|Summary: Commercial front-ends and optimizers email@example.com (stanley (s.t.h.) chow) (1995-03-24)|
|From:||"stanley (s.t.h.) chow" <firstname.lastname@example.org>|
|Keywords:||C, summary, tools|
|Date:||Fri, 24 Mar 1995 19:40:00 GMT|
Last month, I asked about front-ends and optimizers that are available,
here is the summary. Some of the comments are verbatim, many have been
heavily summarised/edited. I have no relationship with any of the people
or companies mentioned here (except for my employer being a likely
1) The ubiquitous GCC (for C, C++ and ObjC), Fortran 77 and Ada. Their
"copyleft" places restriction on distribution. Supported by various
companies, notably Cygnus.
If you want a free very clean C frontend, take a look at
ftp.parr-research.com in pub/pccts/contrib/ansi.tar. That is
the ftp site for PCCTS--the set of compiler tools of which I'm
the primary author. PCCTS is a cool set of tools if you'd like
to take a look.
I can mail you the PostScript of a summary paper to be published
in Soft. Pract. & Experience.
Commercial stuff, direct from the vendors
3) Information Analysis Inc. -- COBOL parser
We at Information Analysis Inc. can throw in COBOL parser
that's fairly good and tested on large programs from at least
10 different shops. If you are interested, let me know and we
can discuss details.
Vadim Maslov 'vadik@cs.UMD.edu'
4) Edison Design Group -- front ends for C/C++ Fortran 77
Edison Design Group is a corporation dedicated to developing and
licensing compiler front ends. We are noteworthy because our
front ends have the features, reliability, and efficiency
required in commercial compilers; we back our software with
outstanding support; and our license fees and sublicensing
policies are reasonable.
The source code is written in a portable dialect of C. Host and
target computer characteristics (e.g., command-line interface,
integer sizes, floating-point representation) are carefully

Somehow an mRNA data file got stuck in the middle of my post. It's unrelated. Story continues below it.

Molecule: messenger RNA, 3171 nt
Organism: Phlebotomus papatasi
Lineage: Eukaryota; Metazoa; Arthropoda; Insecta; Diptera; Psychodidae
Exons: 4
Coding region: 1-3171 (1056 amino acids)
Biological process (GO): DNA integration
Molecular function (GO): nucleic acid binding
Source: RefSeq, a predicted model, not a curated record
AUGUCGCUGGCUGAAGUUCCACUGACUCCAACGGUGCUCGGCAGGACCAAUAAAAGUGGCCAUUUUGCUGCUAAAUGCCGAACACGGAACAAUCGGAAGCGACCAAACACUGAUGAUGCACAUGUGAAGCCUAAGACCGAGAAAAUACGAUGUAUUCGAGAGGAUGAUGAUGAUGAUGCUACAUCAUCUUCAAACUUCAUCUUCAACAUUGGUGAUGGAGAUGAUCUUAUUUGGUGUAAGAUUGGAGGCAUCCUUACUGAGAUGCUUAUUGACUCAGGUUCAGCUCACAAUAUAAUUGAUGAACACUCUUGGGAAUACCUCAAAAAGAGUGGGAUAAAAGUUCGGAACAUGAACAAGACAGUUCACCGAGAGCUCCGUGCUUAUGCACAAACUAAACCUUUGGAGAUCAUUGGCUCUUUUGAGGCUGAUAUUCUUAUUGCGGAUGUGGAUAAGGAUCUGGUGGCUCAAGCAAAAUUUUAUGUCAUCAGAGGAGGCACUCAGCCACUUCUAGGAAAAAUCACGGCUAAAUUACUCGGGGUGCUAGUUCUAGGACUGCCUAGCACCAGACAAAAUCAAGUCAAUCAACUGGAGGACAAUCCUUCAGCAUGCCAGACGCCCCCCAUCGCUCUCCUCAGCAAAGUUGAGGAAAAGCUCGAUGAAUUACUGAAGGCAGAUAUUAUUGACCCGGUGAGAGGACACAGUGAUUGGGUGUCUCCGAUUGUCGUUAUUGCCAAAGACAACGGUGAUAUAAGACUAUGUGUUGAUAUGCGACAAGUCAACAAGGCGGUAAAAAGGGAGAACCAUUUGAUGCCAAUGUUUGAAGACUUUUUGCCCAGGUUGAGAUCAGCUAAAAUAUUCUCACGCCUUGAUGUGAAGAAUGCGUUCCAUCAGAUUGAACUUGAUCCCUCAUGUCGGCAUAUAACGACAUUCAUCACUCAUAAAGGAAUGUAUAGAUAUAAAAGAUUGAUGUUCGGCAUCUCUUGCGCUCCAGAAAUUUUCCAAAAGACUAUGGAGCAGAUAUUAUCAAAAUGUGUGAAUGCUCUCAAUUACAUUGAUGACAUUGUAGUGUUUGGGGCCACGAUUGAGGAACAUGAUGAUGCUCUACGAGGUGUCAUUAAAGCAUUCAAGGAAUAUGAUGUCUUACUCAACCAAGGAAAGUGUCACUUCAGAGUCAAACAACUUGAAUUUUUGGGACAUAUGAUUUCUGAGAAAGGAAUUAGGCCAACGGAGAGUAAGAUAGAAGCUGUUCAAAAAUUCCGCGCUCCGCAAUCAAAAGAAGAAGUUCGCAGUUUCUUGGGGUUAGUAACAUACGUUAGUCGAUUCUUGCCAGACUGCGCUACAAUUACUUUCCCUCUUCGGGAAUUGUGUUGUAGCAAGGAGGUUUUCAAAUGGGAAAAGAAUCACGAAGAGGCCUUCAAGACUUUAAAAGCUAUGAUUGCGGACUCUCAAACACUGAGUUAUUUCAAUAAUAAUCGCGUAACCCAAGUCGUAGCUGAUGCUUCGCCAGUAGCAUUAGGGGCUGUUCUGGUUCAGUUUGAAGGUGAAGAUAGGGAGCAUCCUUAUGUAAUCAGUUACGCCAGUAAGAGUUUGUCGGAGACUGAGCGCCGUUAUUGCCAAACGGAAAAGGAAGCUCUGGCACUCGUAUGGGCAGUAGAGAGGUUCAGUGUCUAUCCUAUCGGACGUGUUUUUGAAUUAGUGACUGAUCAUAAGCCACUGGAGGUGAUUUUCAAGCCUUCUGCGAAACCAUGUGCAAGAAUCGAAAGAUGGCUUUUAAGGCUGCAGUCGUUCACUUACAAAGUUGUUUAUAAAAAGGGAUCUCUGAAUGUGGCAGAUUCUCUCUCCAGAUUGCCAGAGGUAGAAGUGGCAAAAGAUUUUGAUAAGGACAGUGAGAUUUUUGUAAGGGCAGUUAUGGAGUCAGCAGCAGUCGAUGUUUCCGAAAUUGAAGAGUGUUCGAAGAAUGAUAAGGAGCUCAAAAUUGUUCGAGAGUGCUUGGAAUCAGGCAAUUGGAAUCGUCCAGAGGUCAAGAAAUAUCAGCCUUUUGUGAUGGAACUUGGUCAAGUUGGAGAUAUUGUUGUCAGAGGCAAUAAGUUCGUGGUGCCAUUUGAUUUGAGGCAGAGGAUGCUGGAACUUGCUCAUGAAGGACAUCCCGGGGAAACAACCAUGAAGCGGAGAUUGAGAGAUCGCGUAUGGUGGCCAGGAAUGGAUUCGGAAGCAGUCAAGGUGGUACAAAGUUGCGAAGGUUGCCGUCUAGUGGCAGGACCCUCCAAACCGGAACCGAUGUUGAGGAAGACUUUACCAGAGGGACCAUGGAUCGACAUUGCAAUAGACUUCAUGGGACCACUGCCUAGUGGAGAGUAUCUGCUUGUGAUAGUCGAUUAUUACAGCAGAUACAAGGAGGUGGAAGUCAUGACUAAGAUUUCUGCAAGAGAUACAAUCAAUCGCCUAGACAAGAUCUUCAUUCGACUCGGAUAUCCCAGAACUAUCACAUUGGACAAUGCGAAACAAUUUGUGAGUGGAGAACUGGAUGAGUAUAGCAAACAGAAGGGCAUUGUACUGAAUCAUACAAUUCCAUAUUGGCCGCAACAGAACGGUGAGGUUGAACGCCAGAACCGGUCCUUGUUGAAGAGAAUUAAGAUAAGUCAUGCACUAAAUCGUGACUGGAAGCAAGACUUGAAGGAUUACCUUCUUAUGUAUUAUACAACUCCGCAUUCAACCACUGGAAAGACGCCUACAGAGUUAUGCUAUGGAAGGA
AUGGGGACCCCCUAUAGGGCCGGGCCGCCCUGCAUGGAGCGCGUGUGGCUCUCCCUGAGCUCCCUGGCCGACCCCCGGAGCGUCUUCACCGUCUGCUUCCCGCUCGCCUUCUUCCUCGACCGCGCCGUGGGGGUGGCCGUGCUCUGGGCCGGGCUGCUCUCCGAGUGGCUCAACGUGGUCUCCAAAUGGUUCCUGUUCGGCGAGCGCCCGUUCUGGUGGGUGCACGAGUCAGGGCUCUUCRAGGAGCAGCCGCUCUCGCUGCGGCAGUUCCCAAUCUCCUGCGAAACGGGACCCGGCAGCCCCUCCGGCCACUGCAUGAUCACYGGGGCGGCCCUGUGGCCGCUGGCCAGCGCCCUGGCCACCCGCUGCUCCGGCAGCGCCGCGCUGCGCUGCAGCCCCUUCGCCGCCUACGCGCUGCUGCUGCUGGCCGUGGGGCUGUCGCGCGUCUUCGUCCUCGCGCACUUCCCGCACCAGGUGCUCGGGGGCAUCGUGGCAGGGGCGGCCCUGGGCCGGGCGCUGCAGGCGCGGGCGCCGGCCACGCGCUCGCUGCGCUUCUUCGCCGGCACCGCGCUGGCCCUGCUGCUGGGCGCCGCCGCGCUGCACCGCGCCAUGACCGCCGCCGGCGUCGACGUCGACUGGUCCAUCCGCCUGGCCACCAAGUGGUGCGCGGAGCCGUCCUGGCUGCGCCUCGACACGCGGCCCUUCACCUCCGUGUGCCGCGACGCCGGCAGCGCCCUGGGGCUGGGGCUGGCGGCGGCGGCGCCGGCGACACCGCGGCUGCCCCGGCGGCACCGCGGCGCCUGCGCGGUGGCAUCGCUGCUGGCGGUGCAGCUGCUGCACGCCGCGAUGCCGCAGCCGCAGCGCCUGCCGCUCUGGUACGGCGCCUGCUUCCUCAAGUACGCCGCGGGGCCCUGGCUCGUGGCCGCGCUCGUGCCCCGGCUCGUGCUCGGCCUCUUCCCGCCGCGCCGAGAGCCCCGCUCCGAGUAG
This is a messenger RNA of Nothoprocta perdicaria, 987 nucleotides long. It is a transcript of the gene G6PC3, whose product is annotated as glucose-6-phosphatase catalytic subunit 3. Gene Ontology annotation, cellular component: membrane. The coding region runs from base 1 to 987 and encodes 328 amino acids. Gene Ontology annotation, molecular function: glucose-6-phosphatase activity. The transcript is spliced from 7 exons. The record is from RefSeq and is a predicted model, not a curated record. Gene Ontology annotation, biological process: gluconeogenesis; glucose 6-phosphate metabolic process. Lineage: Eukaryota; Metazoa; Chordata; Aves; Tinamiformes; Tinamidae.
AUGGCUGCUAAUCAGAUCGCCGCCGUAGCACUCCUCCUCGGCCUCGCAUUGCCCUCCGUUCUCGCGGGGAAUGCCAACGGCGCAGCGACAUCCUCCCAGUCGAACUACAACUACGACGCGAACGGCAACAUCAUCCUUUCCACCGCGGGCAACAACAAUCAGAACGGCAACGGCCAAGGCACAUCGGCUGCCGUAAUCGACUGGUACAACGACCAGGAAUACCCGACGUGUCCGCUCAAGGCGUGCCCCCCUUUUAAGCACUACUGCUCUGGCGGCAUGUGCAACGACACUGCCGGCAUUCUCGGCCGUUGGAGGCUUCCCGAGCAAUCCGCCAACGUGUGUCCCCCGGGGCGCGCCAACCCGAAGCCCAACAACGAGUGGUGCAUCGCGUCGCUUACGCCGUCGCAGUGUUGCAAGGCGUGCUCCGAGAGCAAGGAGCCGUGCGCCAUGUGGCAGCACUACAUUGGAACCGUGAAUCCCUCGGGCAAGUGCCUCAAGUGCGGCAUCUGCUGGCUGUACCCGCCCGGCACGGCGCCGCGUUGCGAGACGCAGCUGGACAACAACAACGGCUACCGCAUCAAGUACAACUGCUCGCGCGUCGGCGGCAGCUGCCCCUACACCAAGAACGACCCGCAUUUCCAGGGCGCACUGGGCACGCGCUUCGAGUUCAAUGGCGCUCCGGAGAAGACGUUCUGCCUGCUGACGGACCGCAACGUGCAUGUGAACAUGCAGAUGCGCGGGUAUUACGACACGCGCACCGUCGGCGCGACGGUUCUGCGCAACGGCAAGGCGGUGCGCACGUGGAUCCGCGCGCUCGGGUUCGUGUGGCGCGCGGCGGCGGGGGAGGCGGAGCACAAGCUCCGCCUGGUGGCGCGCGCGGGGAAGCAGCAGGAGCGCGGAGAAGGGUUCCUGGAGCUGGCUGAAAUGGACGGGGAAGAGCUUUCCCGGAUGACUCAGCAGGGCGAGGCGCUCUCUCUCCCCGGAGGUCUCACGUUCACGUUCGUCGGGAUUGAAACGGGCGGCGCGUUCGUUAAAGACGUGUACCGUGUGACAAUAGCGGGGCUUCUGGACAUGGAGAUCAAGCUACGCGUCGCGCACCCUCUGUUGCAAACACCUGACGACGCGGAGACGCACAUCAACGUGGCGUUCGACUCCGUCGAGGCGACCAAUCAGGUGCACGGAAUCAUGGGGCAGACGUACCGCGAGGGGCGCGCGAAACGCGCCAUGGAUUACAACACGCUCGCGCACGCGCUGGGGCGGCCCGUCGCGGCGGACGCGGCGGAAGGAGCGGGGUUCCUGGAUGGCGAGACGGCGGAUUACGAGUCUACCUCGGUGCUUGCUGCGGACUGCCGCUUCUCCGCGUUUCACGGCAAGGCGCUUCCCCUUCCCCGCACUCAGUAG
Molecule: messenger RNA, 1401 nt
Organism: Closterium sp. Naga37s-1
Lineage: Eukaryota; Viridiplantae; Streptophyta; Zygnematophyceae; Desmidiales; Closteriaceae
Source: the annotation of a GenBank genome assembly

separated from the main body of the code so that they can be
easily changed for rehosting or retargeting. The front ends
can be used as part of a cross-compiler. There is extensive
internal debugging and assertion-checking code, which can be
included or excluded through conditional compilation options.
We also have a relationship with Kuck & Associates, which will
be selling optimization components that work with our C/C++
Edison Design Group
Mentioned and recommanded by:
5) MetaWare Inc -- C/C++, Fortran, Pascal
MetaWare has a C/C++ front end written in High C (using
iterators), and backends for many architectures. We have many
prominent OEMs, such as AT&T, IBM, AMD, etc.
Our front-end (which is not a Cfront derivative) handles both
C and C++. We also have front-ends for Pascal and FORTRAN. Our
front-end, procedure inliner, and backend are separate programs
that communicate via disk files, which makes it easier to mate
other front ends onto our backend. MetaWare has one of the best
optimizers in the business. We look forward to hearing from you.
Franklin L. DeRemer, Ph.D.
CEO & Vice-President, Business Development
MetaWare Incorporated (408) 429-6382 Phone
2161 Delaware Avenue (408) 429-9273 FAX
Santa Cruz, CA 95060-5706 email@example.com
6) Datenverarbeitung -- many parsers
What my company has to offer is:
cobol85 Parser for COBOL 85
cobol Parser for COBOL (Union of IBM, Micro Focus, ANSI 85)
including construction of syntax tree
pl1 Parser for PL/I and PL/I-preprocessor
including construction of syntax tree
ftn90 Parser for Fortran 90
ftn77 Parser for Fortran 77
eiffel Parser for Eiffel 3
including construction of syntax tree
Also available are parsers for:
Ada, C, Modula-2, Modula-3, Oberon, Oberon-2, Occam,
Pascal, Sather, SQL
All compiler pieces are implemented in C. They are generated
with the Cocktail Toolbox for Compiler Construction.